Writer Christopher Hastings is sure to namecheck Longshot’s creator, the notorious Ann Nocenti. Nocenti’s had a long career in comics, and while he have very little patience for her around these parts, she has written all of your favorite characters at both publishers. Curiously, she’s only writing for DC at the moment, leading up the abysmal Catwoman and Katana series. I don’t really know what to do with the reference, other than to point out that it’s there and that it’s hard to think of Nocenti and not think DC. Make of that what you will.
Finally, Marvel’s able to assert that they might just be hipper than their competition. While Reed and Tony are off delivering the Cosmic Cube to god-knows-where, they end up listening to Get Lucky” on the radio. Can you imagine Superman turning on the radio and rocking out to Daft Punk? No, you can’t.
What do you think, Ethan? I’m I looking too hard for the references or do you see them too? Also, got any idea who that Lucky-People Killer is?
Ethan: Pigeonholed into Marvel as I am, I had to go back and re-read the issue after digesting your post to catch the DC references, but I believe they’re there. Whether they were A) all explicit digs or B) the tit-for-tat aspect is just popping out of the subconscious minds of the creatives – who I’m sure are very aware of their competition – I couldn’t say. Partly because I should read more DC and partly because, honestly, there are a few too many ideas and styles flying around in this issue to take in without a few double-takes. You know those “inventory issues” we’ve seen popping up in Deadpool? I am still not entirely convinced that Longshot isn’t just as much of a joke, or maybe it’s just that this title is setting itself up to have a bit of the same irreverence that serves as the foundation for Deadpool.
Patrick, I’m glad you mentioned the writer’s compulsion to work the change in hairstyle into the narrative (twice). I just finished re-reading Uncanny X-Factor, and the haircut thing makes me think of the issue in which Age-of-Apocalypse Nightcrawler starts complaining about how drab the X-Factor uniforms are, and Wade Wilson (Wade of all people!) starts justifying the colors by talking about how they represent the way X-Factor is taking sins upon their own heads so others don’t have to, yadda yadda yadda. Really, I was ok with the explanation of “Since these characters all usually wear different colors, the artists are putting ‘em in the new threads to visually reinforce the unity of the new team” or “X-Factor’s a scary hit-squad, ergo they wear scary clothes.” But apparently that just does not cut it – much better to show Kurt and Wade having a slap-fight at the bar over it.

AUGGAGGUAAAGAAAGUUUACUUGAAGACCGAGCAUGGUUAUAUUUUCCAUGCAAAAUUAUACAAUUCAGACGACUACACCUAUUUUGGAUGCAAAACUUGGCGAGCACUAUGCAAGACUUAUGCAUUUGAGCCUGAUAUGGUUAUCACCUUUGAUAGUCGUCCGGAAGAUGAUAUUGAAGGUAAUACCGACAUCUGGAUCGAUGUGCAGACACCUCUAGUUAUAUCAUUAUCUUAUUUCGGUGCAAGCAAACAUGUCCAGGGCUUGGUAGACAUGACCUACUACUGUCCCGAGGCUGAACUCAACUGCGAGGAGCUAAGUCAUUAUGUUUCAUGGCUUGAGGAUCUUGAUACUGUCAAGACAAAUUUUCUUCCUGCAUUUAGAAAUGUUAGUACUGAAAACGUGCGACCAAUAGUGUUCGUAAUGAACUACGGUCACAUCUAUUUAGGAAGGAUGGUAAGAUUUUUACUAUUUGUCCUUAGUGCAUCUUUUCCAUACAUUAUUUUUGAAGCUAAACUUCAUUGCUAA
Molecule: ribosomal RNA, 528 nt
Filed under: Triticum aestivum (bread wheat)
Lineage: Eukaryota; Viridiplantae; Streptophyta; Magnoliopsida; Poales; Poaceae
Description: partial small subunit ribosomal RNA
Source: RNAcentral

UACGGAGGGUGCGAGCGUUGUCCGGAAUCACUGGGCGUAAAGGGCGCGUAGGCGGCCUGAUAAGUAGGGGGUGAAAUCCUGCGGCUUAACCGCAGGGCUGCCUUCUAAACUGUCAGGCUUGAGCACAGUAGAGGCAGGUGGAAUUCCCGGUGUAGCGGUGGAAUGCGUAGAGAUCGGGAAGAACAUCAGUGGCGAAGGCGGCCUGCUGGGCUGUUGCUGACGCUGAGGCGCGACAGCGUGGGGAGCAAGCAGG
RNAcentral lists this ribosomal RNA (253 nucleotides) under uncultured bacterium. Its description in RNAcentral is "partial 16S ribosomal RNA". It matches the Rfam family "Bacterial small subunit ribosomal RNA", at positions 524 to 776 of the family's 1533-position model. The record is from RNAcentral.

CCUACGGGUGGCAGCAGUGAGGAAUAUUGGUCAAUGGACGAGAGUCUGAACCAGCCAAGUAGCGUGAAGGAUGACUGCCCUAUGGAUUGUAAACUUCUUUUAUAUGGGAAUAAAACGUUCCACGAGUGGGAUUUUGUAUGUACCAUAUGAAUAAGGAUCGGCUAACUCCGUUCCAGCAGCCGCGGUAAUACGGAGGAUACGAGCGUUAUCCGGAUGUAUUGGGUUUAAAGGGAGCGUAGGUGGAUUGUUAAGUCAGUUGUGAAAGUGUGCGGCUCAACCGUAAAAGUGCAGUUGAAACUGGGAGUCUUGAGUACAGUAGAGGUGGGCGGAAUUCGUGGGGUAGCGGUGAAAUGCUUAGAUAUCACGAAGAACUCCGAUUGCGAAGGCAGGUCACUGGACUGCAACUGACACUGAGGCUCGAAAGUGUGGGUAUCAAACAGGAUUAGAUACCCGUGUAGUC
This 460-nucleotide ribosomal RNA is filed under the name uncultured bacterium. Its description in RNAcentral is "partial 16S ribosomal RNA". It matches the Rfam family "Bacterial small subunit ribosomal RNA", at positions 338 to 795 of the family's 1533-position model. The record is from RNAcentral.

Speaking of putting a fine point on things, Longshot is quite a goofy mixture of powers and origins. I’m glad that he gave us a succinct, tongue-in-cheek summary of himself, because I was ready to say pretty much the exact same thing:
So, let’s flesh out that list a little. He’s got luck powers (cf. Domino, Scarlet Witch); he was genetically engineered (bit of Weapon-X flavor), and grew up in another dimension (cf. Magick); he has a glowing eye (cf. Cable) and hollow bones (cf. Angel); he has psychometry (cf. the entire Grey-Summers Family). Oh, and I think he stole Gambit’s gloves. Like you said, Patrick, he’s a little bit of everything, like the creators tacked up a list of all of the different characters and played a long game of Pin the Superpowers on the Donkey. I guess if you’re going to try to save the Marvel Universe, it helps to have the skills of half of it.
On the other hand, how will Longshot save the universe if he’s screwing around with Cosmic Cubes and leaving it even more screwed up than he found it? S.H.I.E.L.D. is carrying out summary executions now, and he seems to have erased his luck powers – not a good start. Granted, he was fighting for his life against the Luck-Killer (who seems to be cosplaying a combo of Two-Face and Harlequin, no?). It’s not clear why Longshot’s finding himself at the wrong-end of a manhunt other than this brief exchange:
Neither do we know who the Luck-Killer really is, nor where he’s from. He seems to be invisible to everyone except Longshot (and people wearing cosmic vibration-detecting contacts!), and Longshot’s new scientist friend calls the Luck-Killer a god, warning him to “go back to whatever unimaginable maddening space plane you came from!” Interesting then that in Longshot’s Cosmic Cube-created alternate timeline the Luck-Killer is thrust into the rather more mundane role of S.H.I.E.L.D. officer, a sort of Parking Enforcement Officer with a gun.
I’m curious to see how much this title has in common with Deadpool in the long-run. It looks like it’s equally prone to oscillating between jokes and plots. Most importantly, the artists aren’t afraid to have a bit of fun with the biggest names in Marvel, which is why I can leave you with my hands-down favorite panel of the whole issue. Remember, kids, Cosmic Cubes aren’t toys – just like Tony Stark and Reed Richards always say:
For a complete list of what we’re reading, head on over to our Pull List page. Whenever possible, buy your comics from your local mom and pop comic bookstore. If you want to rock digital copies, head on over to DC’s website and download issues there. There’s no need to pirate, right?